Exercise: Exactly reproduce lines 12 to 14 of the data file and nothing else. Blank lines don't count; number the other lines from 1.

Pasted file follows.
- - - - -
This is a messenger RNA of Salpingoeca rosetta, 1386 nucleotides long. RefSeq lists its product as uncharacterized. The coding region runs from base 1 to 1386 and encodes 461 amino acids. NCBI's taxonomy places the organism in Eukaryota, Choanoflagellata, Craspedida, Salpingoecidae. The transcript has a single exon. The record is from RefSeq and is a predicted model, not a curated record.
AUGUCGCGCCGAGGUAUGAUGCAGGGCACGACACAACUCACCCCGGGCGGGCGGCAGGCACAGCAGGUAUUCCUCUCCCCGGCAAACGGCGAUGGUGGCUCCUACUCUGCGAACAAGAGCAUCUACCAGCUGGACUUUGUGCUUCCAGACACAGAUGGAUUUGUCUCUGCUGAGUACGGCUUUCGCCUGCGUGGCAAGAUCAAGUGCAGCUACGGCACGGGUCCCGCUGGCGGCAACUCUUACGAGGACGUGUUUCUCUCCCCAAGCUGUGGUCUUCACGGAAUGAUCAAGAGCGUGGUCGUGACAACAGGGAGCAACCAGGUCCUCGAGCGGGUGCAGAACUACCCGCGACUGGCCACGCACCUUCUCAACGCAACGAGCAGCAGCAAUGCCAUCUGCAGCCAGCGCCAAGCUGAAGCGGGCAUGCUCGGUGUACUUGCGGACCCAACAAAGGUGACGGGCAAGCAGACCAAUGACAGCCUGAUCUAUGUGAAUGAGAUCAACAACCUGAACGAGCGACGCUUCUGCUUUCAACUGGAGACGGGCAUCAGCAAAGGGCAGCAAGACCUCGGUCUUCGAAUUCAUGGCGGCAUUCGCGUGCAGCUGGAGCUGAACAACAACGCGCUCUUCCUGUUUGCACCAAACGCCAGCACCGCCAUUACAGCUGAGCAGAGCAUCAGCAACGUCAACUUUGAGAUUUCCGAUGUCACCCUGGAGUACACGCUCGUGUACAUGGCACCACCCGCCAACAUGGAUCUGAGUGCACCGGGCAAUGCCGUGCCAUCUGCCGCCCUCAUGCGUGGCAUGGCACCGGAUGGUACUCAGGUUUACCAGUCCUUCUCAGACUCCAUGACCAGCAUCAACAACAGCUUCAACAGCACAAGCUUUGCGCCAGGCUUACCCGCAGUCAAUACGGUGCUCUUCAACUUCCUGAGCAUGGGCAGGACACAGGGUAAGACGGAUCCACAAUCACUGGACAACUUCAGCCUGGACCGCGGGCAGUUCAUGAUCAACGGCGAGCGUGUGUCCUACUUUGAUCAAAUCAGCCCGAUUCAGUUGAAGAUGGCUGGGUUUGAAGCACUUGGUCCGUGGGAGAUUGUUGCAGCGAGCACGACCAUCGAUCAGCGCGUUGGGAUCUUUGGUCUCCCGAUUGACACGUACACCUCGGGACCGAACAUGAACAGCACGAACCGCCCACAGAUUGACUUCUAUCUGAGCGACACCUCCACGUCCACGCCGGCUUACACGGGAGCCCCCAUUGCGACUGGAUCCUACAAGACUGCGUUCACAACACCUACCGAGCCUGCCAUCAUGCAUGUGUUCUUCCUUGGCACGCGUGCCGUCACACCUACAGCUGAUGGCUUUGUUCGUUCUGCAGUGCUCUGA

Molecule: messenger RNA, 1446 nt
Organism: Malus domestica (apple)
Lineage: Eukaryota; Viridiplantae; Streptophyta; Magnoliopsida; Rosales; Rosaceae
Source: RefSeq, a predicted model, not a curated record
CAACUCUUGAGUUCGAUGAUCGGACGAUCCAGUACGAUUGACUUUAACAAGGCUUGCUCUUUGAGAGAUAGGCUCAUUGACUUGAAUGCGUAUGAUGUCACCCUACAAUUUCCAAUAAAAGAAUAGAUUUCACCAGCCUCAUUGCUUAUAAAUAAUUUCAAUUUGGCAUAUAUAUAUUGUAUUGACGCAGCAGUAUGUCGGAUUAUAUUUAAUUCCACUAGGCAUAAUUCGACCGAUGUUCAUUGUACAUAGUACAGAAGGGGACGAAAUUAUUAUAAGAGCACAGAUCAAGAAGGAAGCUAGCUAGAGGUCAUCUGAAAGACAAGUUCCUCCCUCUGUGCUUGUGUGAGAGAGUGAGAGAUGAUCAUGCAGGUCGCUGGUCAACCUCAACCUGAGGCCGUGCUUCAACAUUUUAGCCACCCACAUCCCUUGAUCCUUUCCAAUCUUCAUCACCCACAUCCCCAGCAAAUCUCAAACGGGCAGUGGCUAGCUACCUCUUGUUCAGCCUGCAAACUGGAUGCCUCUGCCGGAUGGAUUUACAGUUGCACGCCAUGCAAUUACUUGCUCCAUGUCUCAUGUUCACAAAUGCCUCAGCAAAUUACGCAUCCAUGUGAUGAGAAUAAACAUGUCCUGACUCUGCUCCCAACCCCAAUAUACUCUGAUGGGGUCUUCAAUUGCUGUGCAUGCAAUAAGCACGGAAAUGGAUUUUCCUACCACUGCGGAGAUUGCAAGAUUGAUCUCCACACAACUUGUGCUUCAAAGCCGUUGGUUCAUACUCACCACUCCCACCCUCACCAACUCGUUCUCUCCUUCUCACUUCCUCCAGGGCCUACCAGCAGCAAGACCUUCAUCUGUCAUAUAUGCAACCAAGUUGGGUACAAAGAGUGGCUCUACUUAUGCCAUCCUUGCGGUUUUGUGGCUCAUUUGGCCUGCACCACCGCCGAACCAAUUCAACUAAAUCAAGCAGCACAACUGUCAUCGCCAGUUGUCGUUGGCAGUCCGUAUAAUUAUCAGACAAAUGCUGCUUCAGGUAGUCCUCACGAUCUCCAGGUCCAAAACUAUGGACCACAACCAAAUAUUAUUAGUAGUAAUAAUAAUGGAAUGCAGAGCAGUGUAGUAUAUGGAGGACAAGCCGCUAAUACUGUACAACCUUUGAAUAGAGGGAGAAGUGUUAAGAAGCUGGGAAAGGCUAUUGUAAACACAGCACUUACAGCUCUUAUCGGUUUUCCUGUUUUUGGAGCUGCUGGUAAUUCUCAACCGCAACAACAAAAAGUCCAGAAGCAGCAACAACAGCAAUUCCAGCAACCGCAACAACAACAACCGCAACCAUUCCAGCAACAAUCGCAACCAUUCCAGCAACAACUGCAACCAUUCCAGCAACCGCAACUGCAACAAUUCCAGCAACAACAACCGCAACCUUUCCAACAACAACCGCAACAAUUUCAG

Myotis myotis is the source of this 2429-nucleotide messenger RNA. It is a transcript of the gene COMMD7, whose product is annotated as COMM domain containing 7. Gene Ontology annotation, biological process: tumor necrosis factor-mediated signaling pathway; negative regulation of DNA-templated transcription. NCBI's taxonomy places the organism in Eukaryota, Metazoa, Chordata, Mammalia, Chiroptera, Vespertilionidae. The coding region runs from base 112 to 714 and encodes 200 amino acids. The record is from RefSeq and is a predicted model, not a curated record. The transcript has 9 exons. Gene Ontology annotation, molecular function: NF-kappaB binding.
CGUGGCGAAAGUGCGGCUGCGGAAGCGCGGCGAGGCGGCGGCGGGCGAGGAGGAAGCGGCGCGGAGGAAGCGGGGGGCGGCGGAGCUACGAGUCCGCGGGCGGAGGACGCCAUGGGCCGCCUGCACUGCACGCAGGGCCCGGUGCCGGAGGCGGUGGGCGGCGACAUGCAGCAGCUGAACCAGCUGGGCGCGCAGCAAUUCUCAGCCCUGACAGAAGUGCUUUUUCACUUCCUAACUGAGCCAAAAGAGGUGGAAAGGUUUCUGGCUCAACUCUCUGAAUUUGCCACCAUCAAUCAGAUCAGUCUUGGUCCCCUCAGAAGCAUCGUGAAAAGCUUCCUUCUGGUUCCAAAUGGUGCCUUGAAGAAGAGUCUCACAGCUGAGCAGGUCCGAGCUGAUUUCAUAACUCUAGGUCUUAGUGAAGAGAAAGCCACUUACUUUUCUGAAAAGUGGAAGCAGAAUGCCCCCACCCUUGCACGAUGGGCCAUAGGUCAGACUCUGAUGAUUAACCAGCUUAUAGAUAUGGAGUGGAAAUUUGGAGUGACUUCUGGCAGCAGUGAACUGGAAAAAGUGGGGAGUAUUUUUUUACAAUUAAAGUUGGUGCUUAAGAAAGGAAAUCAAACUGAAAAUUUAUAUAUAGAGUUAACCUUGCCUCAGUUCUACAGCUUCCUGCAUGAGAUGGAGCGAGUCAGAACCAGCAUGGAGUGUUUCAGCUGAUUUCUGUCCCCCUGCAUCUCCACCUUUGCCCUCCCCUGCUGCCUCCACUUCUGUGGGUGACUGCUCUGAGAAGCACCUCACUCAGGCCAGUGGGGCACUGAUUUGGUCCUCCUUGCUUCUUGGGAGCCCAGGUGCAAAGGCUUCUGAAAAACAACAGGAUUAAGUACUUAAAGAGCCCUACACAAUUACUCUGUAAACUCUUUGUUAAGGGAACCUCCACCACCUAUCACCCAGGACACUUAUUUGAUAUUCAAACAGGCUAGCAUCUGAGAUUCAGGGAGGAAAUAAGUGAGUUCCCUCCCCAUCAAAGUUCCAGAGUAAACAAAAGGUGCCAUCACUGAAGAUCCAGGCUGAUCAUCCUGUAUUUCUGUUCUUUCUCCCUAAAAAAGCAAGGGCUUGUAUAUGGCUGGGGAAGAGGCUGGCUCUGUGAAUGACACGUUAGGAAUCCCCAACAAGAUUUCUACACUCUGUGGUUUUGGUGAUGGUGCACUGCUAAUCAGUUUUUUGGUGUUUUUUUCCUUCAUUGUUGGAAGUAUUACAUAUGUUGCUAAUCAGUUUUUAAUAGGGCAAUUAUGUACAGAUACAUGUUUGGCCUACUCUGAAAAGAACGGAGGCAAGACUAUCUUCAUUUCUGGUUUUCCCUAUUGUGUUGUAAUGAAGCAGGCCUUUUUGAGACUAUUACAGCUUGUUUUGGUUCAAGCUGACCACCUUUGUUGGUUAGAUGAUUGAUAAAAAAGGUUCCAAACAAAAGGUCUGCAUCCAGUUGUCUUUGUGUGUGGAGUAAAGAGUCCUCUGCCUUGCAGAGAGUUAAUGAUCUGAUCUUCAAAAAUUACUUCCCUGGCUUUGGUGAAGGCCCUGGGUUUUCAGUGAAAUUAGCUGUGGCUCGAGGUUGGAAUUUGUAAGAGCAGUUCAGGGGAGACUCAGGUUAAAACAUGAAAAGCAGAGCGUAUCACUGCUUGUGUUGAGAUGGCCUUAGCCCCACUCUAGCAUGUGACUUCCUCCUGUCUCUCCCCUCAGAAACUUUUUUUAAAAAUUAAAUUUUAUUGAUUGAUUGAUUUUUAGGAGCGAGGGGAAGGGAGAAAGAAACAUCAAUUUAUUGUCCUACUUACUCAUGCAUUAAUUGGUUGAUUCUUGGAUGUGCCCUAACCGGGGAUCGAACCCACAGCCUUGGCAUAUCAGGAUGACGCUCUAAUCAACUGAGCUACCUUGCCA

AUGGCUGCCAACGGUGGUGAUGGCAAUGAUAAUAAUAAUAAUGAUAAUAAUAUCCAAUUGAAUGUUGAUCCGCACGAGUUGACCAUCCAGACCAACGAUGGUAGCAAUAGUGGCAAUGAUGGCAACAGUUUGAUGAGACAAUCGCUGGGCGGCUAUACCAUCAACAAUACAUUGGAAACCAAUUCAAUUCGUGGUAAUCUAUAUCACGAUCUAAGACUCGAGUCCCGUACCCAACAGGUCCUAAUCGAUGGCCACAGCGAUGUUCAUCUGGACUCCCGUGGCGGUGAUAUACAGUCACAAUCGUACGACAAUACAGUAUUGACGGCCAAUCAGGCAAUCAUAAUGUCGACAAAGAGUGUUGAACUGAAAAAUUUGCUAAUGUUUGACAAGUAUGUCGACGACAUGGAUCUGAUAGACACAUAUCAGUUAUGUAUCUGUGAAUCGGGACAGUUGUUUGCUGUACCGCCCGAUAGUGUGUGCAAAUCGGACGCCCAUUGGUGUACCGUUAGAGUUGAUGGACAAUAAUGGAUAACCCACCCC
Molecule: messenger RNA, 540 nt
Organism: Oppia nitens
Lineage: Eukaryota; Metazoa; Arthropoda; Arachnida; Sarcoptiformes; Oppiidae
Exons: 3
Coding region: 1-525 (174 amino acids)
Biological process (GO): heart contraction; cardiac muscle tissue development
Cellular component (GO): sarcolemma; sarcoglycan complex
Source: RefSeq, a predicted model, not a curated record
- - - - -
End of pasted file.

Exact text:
Organism: Oppia nitens
Lineage: Eukaryota; Metazoa; Arthropoda; Arachnida; Sarcoptiformes; Oppiidae
Exons: 3